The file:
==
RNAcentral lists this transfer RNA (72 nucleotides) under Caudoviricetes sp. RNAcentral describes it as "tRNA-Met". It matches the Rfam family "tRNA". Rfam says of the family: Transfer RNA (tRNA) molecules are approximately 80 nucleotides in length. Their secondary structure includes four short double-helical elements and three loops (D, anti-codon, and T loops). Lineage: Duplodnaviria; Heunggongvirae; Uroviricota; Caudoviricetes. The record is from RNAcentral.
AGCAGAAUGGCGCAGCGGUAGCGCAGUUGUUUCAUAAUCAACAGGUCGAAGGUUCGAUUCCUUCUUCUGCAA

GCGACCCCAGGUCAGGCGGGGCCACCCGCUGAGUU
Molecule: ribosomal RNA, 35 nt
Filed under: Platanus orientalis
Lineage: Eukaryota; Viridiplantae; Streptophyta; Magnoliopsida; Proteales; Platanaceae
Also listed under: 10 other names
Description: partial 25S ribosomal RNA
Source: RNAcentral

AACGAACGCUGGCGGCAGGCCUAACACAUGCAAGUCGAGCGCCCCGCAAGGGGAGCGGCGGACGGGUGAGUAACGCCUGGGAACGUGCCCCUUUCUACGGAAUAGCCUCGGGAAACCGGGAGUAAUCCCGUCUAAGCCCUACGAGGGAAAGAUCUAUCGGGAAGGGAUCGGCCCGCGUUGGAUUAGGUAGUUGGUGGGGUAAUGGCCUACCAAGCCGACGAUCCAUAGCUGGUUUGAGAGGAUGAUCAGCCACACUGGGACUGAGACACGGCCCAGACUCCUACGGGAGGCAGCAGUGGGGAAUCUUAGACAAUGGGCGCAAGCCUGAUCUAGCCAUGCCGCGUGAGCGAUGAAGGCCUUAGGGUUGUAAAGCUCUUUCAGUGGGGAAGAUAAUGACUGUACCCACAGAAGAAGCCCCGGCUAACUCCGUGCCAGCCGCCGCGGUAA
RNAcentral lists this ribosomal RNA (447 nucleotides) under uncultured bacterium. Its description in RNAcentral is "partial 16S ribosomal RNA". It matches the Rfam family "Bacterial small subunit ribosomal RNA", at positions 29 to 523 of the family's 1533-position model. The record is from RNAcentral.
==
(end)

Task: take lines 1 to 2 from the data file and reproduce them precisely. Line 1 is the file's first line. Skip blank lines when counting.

RNAcentral lists this transfer RNA (72 nucleotides) under Caudoviricetes sp. RNAcentral describes it as "tRNA-Met". It matches the Rfam family "tRNA". Rfam says of the family: Transfer RNA (tRNA) molecules are approximately 80 nucleotides in length. Their secondary structure includes four short double-helical elements and three loops (D, anti-codon, and T loops). Lineage: Duplodnaviria; Heunggongvirae; Uroviricota; Caudoviricetes. The record is from RNAcentral.
AGCAGAAUGGCGCAGCGGUAGCGCAGUUGUUUCAUAAUCAACAGGUCGAAGGUUCGAUUCCUUCUUCUGCAA